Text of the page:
679 Mission Canyon Road | Credit: Betsy J. Green

The spotlight on Santa Barbara adobes tends to focus on 200-year-old adobes such as the Casa De la Guerra and the Hill-Carrillo Adobe. But a century later, we had an adobe renaissance. These newer adobes are now a century old. Some are modest-sized, and some are quite large.

1001 W. Micheltorena | Credit: Betsy J. Green

When the construction boom began in the Roaring Twenties, interest in adobes began to build. In 1920, the local paper wrote, “Adobe May Solve Building Problem. Adobe, once so essential to building and lately scorned, is coming back. It promises to solve the building problem of Santa Barbara. At least, that is the opinion of City Building Inspector Steward, after a conference with John Chard, regarded as an authority on adobe.”

The journal Architect and Engineer interviewed Chard. “He asserts that if properly prepared, this native material can be used to very considerably cut the cost of building …. As a building material, it is far stronger than is generally supposed …. The proper plaster protection will insure an adobe wall against deterioration …. As a building material, adobe is everlasting, soundproof, nonconductive, and fireproof, always of normal temperature, and is cool in summer and warm in winter.”


Well, okay, it was two women, and they had the help of Chard, but it still made the news in 1922. “Proof that man’s work can be done by woman is shown by two Santa Barbara women, Mrs. Anna P. Knight and Mrs. Thaddeus Welch, who are building a home on the Mesa … Chard is the architect who designed the new home.”

1528 Cliff Drive | Credit: Betsy J. Green

In 1921, another Santa Barbaran named Fred Roskop was also building with adobe. He built at least eight homes on the Mesa. His ads in the newspaper read, “A House to Last One Hundred Years! is What You Get When I Build an Adobe for You. A House of Which You are Proud.”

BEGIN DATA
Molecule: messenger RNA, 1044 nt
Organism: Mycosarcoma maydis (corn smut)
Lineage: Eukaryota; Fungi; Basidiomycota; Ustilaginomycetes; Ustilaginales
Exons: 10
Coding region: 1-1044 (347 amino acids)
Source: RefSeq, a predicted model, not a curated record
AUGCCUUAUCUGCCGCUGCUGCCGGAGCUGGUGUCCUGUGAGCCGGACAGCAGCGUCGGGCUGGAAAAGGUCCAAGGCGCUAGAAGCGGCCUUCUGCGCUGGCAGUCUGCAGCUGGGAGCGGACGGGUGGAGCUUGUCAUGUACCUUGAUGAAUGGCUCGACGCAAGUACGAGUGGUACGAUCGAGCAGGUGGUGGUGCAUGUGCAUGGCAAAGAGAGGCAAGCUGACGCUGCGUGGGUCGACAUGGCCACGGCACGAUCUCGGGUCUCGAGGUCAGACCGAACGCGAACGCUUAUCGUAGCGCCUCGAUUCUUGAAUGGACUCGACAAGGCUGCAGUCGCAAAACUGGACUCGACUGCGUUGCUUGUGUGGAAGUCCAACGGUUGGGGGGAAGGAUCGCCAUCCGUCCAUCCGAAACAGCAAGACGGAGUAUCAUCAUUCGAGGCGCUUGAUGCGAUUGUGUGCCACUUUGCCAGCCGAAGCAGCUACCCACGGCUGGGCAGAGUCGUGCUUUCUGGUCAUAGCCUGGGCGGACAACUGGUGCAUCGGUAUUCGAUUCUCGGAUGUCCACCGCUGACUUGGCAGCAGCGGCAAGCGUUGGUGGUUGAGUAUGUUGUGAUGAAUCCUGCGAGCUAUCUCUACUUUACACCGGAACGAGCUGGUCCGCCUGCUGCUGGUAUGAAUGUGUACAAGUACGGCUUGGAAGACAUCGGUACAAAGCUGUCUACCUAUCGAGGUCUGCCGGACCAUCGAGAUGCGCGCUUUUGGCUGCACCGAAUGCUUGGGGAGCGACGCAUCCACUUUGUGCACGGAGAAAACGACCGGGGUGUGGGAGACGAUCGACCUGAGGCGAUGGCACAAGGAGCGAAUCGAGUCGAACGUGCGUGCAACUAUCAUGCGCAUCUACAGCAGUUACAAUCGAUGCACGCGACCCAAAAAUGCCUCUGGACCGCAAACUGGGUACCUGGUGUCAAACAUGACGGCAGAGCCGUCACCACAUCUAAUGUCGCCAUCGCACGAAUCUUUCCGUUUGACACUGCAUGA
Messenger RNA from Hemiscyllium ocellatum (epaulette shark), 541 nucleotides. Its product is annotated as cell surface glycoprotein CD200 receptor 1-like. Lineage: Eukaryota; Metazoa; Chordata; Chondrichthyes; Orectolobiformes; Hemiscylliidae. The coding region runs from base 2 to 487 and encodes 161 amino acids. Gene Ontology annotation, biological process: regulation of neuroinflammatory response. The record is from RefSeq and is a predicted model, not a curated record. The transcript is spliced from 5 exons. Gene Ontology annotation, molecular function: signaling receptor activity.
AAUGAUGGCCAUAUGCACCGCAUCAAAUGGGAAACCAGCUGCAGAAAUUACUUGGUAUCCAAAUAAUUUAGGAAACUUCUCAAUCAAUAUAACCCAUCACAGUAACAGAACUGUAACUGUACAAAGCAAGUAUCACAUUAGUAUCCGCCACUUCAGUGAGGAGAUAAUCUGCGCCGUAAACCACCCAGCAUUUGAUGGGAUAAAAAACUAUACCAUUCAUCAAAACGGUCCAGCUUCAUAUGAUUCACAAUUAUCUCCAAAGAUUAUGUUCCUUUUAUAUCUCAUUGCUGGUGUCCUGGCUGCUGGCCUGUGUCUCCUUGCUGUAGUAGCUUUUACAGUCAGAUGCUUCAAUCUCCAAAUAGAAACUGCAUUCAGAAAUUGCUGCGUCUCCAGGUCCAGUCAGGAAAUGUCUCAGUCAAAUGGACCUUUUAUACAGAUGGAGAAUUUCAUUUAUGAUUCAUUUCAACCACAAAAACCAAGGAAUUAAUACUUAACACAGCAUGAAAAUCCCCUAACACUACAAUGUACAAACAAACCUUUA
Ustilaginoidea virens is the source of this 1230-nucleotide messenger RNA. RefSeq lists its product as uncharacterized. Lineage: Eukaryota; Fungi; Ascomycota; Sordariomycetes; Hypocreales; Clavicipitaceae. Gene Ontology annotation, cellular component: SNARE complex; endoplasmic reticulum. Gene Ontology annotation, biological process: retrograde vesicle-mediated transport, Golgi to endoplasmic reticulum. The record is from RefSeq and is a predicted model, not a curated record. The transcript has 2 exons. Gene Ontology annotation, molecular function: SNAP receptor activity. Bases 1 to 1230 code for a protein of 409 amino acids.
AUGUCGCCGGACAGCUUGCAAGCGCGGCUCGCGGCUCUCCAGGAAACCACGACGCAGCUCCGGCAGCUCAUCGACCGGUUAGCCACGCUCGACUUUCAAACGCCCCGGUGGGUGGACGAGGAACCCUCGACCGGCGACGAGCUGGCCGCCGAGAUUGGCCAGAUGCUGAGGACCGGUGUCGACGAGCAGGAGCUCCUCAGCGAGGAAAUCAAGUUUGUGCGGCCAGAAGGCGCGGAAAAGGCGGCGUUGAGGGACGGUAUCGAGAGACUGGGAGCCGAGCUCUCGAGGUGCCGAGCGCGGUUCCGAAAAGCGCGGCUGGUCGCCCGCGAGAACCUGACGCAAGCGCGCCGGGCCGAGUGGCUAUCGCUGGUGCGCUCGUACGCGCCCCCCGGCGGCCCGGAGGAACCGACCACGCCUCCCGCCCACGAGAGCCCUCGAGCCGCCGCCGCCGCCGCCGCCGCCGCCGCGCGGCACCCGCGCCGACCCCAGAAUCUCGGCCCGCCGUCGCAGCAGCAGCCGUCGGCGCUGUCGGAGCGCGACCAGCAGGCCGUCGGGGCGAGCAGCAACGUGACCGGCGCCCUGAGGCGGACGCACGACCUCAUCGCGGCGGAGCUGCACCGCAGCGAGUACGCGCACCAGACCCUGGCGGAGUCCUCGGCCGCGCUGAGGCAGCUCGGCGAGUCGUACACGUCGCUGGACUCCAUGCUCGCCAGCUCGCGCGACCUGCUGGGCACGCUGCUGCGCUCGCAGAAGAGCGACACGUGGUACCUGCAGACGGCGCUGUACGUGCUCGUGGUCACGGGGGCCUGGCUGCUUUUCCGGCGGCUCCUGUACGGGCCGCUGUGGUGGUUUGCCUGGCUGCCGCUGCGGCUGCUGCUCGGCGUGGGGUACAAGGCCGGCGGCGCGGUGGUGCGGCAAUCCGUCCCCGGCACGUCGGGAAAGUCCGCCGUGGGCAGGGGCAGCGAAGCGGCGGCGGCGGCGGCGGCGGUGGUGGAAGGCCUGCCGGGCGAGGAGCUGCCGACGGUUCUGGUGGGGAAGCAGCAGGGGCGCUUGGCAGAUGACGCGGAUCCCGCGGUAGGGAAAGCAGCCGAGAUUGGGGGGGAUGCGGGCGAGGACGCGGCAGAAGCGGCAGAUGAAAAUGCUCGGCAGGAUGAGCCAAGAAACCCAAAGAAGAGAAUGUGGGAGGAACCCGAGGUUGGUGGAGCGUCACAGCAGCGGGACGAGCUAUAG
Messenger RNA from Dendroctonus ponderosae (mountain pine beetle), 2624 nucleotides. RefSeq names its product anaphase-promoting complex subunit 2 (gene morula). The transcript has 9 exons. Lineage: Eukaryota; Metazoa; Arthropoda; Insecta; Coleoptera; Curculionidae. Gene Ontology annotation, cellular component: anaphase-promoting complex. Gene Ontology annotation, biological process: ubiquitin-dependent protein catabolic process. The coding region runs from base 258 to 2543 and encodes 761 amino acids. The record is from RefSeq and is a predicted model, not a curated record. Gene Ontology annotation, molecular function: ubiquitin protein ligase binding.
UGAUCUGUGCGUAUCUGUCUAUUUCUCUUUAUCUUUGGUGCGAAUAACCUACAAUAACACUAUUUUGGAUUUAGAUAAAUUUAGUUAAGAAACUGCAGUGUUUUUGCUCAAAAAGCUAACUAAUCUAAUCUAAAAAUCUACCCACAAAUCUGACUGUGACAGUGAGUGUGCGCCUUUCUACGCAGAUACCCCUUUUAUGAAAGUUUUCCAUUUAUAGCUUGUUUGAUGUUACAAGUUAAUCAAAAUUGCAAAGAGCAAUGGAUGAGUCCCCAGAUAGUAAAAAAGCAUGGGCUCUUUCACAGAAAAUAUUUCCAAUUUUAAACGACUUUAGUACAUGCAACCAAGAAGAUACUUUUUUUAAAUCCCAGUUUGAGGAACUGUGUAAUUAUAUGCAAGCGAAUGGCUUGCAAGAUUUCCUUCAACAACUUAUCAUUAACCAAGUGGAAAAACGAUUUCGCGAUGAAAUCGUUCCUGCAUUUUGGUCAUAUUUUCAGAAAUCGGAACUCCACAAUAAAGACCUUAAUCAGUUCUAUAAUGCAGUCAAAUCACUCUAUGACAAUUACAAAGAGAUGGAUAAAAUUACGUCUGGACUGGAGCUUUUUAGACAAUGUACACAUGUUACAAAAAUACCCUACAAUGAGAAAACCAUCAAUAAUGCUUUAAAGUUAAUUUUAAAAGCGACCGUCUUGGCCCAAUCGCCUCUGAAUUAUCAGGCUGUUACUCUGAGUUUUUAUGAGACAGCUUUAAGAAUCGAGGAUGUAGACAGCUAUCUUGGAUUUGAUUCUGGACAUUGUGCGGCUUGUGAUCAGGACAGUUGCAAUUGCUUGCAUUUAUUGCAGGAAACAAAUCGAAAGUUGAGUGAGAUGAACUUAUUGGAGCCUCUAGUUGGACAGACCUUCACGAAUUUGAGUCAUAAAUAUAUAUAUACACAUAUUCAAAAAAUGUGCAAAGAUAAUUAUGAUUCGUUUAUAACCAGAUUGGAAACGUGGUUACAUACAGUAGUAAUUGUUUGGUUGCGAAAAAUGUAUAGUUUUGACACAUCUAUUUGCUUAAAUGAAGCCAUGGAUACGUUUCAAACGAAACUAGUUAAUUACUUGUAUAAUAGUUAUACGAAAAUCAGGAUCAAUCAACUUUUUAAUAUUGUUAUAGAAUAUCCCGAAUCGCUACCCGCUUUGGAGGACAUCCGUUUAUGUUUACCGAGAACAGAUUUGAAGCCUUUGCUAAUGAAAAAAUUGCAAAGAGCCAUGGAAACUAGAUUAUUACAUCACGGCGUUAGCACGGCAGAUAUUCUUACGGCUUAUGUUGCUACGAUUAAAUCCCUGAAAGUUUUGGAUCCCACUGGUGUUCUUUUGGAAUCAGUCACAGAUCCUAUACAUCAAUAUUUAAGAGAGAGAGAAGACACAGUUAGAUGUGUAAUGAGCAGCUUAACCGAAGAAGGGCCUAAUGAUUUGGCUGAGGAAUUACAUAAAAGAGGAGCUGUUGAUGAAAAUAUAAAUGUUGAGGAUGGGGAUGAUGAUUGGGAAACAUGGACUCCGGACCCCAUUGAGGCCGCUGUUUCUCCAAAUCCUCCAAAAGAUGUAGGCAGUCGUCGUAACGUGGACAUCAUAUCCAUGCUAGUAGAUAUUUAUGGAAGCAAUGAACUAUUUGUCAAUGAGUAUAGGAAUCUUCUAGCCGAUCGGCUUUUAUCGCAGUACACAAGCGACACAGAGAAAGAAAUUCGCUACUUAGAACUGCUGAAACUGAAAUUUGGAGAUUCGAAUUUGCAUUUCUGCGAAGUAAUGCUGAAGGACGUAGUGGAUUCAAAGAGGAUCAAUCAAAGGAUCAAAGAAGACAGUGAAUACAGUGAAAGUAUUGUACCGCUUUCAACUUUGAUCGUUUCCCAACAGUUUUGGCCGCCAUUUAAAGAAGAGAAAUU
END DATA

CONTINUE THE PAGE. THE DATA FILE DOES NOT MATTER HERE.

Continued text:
He described the process, “The earth is reduced to the proper consistency by the gradual addition of water and is then mixed into a smooth, thick batter, into which straw or shavings are introduced in just such quantity as to make cracking or checking unlikely.” The blocks were then dried in the sun. 

Sometimes old adobe blocks were reused. An ad in the paper in 1920 read: “FOR SALE – Old adobe building being razed; genuine adobe blocks … can be used for building purposes.” When the original adobe Lobero Theater was razed to make way for the present building, some of the blocks were reused to construct residences. 


A common brick is about 8” x 4” x 2” and weighs about 4 pounds. Adobe blocks measure about 20″ x 12″ x 4″ and weigh about 30 pounds. Want to fondle an adobe block? There is usually one on the floor of the El Cuartel Adobe next to the main Santa Barbara Post Office.

2127 Red Rose Way | Credit: Betsy J. Green

HELP WANTED! If you own a home that you would like to see in my Great House Detective column, contact me through my website: betsyjgreen.com. I’m looking for homes built 1920 or earlier, in the central area of Santa Barbara.

Betsy J. Green is a Santa Barbara historian, and author of Discovering the History of Your House and Your Neighborhood, Santa Monica Press, 2002. Her website is betsyjgreen.com.


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